But they didn’t necessarily know that Barry had accessed his Hotmail account using Mr. Lee’s computer, and sent out an electronic SOS to his children, ex-wife, and Joyce’s second husband. They were conducting this interrogation because they knew that he had done something…but they didn’t know exactly what he had done. 

I should be glad, really. This is a sign that the wheels are in motion. My government is going to free me. I’m going home!

If I survive this room, that is. If that bastard Cho doesn’t order me shot, or worse. 

“I haven’t been in contact with anyone outside the camp or the tour agency,” Barry said, laboring for breath. (The harness made breathing extremely difficult.) “How could I have?”

Jung-Ho translated Barry’s response into Korean. 

Another command from Cho. Suddenly the tension of the cable suspending Barry in the air went completely slack. 

Barry was falling—a dead weight in free fall.

He barely had time to brace his legs. Two feet wasn’t a huge distance, in the big scheme of things; but it was plenty far enough to be dropped in such a manner.

He felt pain in his knees and ankles. He landed on the floor feet-first, but he immediately lost his balance and toppled over. The harness prevented him from using his arms to balance himself—or his hands to break his fall. His right shoulder struck the maroon-painted concrete. His head knocked the floor.

Barry looked up just in time to see one of the guards holding a bucket of ice water. He looked at Barry, taking his aim.

Barry didn’t have time to brace himself for the sudden, freezing wet cold. The ice water stung his face and chest, filled his eyes and nostrils. Every muscle in his body cramped up.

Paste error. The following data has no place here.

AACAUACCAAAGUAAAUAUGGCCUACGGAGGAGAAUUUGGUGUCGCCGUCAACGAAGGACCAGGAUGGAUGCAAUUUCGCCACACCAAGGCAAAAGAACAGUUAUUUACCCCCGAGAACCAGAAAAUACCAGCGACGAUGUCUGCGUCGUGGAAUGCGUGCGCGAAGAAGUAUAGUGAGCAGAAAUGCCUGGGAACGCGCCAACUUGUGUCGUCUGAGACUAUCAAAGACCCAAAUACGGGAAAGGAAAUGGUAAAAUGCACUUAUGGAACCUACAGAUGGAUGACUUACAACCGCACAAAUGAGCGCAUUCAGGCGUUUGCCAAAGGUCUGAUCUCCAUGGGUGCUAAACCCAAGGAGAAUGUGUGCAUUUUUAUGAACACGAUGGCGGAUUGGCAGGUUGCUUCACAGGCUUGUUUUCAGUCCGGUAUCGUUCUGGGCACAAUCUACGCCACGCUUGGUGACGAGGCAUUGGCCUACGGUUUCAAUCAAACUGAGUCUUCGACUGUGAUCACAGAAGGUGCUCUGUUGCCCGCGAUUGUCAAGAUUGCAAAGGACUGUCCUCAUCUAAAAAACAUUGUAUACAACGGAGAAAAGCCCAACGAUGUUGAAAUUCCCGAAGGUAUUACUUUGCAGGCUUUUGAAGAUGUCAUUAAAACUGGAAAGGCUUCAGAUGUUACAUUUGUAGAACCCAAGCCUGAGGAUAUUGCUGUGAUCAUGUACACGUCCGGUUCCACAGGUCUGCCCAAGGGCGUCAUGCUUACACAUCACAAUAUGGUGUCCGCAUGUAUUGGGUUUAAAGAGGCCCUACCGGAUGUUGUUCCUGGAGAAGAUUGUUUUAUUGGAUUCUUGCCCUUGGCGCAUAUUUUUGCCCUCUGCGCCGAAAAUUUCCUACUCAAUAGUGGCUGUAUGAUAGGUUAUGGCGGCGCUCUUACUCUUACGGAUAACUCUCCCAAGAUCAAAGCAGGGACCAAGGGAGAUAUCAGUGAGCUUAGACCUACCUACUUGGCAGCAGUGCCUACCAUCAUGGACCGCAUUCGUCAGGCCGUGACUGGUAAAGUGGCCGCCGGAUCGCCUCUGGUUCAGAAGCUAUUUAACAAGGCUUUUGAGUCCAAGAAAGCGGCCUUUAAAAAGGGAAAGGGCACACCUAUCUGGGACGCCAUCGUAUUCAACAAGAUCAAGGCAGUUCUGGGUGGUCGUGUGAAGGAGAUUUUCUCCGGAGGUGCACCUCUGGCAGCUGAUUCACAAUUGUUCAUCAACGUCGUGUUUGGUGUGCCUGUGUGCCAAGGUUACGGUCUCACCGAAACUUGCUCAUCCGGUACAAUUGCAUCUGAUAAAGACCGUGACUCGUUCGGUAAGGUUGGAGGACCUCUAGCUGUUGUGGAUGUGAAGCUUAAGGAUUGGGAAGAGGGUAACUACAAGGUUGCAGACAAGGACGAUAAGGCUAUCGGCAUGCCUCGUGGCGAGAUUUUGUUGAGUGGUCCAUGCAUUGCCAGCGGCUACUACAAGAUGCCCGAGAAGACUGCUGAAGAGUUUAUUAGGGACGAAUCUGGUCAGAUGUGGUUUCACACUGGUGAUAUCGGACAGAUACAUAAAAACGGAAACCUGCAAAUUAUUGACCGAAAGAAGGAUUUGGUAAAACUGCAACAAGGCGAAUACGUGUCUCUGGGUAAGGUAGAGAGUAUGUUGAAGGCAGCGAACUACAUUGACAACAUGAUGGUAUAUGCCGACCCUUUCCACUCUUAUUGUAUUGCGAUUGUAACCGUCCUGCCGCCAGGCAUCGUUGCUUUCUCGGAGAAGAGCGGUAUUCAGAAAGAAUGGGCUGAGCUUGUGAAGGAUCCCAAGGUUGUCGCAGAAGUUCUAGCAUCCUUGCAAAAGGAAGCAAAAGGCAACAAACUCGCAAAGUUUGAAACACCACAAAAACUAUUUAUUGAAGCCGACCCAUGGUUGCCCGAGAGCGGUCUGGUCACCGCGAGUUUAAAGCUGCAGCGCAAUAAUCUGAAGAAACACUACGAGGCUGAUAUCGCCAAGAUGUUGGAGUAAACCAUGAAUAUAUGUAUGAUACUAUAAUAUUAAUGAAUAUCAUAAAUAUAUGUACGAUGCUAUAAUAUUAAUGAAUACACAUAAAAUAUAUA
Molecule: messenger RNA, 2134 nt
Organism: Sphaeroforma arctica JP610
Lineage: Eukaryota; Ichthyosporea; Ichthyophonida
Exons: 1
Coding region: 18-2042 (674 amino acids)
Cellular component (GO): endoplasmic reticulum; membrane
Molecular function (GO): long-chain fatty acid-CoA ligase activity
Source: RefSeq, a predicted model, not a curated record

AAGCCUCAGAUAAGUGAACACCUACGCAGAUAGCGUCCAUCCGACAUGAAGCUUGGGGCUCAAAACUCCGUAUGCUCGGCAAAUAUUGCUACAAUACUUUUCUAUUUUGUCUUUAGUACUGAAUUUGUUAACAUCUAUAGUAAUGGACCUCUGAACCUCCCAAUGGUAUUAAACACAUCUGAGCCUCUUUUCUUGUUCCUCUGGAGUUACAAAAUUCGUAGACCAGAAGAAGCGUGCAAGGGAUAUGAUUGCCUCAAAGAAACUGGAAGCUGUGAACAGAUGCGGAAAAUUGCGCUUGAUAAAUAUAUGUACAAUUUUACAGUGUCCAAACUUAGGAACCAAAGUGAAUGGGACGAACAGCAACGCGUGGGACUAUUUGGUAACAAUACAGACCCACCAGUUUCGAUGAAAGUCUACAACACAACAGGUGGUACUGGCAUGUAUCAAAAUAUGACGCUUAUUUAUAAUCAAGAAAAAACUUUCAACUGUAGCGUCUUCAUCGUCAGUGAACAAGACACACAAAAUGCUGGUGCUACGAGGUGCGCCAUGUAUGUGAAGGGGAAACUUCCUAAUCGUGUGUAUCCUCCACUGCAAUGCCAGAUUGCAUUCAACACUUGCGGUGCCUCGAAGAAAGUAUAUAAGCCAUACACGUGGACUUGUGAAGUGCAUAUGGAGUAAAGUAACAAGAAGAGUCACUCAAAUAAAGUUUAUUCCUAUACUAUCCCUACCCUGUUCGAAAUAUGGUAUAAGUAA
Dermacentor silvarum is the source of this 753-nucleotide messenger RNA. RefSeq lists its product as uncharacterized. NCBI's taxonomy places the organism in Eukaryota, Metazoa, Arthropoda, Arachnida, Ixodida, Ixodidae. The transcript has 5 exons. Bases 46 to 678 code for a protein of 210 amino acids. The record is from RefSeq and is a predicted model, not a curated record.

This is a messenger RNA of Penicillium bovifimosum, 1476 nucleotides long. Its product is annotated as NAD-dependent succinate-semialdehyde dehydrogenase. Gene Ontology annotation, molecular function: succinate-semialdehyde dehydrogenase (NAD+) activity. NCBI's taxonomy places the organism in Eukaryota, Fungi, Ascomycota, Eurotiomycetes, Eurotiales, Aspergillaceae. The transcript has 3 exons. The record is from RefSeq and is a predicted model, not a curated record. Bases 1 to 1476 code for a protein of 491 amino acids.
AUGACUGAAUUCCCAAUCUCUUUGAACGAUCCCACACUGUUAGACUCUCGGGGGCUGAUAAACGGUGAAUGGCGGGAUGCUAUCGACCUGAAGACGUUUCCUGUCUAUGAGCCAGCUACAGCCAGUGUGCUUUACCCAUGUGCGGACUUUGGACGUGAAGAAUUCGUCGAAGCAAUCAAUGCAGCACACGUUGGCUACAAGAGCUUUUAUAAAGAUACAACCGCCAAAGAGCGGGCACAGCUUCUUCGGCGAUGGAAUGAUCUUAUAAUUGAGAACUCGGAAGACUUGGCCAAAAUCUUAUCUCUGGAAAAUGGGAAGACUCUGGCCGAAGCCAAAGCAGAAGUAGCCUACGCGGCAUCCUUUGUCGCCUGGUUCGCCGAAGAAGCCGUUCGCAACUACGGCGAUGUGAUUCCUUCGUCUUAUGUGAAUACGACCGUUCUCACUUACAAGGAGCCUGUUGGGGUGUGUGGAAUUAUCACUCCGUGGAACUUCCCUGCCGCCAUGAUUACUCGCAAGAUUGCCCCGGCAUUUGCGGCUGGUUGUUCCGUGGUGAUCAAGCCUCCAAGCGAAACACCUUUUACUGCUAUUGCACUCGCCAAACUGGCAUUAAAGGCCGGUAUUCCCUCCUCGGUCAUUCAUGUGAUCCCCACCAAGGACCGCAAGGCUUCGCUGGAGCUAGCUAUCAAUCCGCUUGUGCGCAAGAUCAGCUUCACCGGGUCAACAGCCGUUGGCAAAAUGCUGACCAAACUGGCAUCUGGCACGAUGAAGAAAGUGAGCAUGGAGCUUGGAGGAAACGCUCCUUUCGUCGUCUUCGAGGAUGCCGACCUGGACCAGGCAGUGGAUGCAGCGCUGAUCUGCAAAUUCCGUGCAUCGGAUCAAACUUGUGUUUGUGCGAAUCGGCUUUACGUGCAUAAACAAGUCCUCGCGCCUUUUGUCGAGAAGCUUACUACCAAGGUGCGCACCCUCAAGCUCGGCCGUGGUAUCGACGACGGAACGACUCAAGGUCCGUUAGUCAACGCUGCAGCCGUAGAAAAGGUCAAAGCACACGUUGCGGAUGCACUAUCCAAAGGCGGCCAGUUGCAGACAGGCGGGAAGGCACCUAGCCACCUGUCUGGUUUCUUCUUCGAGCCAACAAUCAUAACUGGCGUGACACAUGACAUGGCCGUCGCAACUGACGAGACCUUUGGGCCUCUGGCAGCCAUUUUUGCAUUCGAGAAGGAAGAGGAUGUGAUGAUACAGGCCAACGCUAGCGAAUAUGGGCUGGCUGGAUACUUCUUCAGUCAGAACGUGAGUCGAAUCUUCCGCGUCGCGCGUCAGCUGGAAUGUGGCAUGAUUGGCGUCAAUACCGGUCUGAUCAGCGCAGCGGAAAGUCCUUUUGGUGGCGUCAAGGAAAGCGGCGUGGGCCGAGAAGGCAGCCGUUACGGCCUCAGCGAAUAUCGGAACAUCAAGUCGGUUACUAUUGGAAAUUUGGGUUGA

The guard who had thrown the water on him dropped the empty bucket. He pulled a truncheon from his belt and smacked Barry in the middle of the back. 

Barry cried out in pain. 

Now Jung-Ho walked up and stood beside him. He heard Commander Cho say something in Korean, in that high-pitched, phlegmy voice of his.

“Commander Cho says that you are lying!” Jung-Ho said. “He says that you have communicated with your imperialist handlers, using some duplicitous method. Your only chance is to confess your crimes and beg for your life. Otherwise, you will be shot in this instant!”

Barry rolled over and looked up at Jung-Ho.

“Tell your commander that he can fucking shoot me if wants! I don’t care anymore! You people are crazy!”

Barry had expected an even worse beating to commence after that. They might even make good on their threats—and his dares—that he be shot. 

For now, though, all they were doing was talking among themselves. Commander Cho was haranguing Jung-Ho in Korean. The guards were watching Barry, eager for some excuse to use their truncheons on him. 

Finally the conversation was over. He heard the sound of Commander Cho pushing his stool back, standing up. 

The three guards filed out. Sgt. Park knelt and roughly disentangled Barry from the harness. 

Sgt. Park pushed him onto his back. Barry looked up into the glowering face of  Sgt. Park, and the clearly disappointed frown of Jung-Ho. Although Jung-Ho lacked Commander Cho’s knee-jerk hatred of foreigners—and pure, unbridled rage—he was obviously disappointed in Barry.

He just wasn’t sure what Barry had done, exactly. 

Good. 

“Get up,” Jung-Ho said.

“Where are we going?”

“You’ll find out shortly.”

Whatever they had planned for him tonight, it wasn’t over, of course.

Chapter 47

Table of contents

The Consultant: Chapter 45

Per Ericksson was the Swedish Ambassador in Pyongyang. He now found himself in a meeting with Mr. Won, his chief contact at the North Korean Foreign Ministry.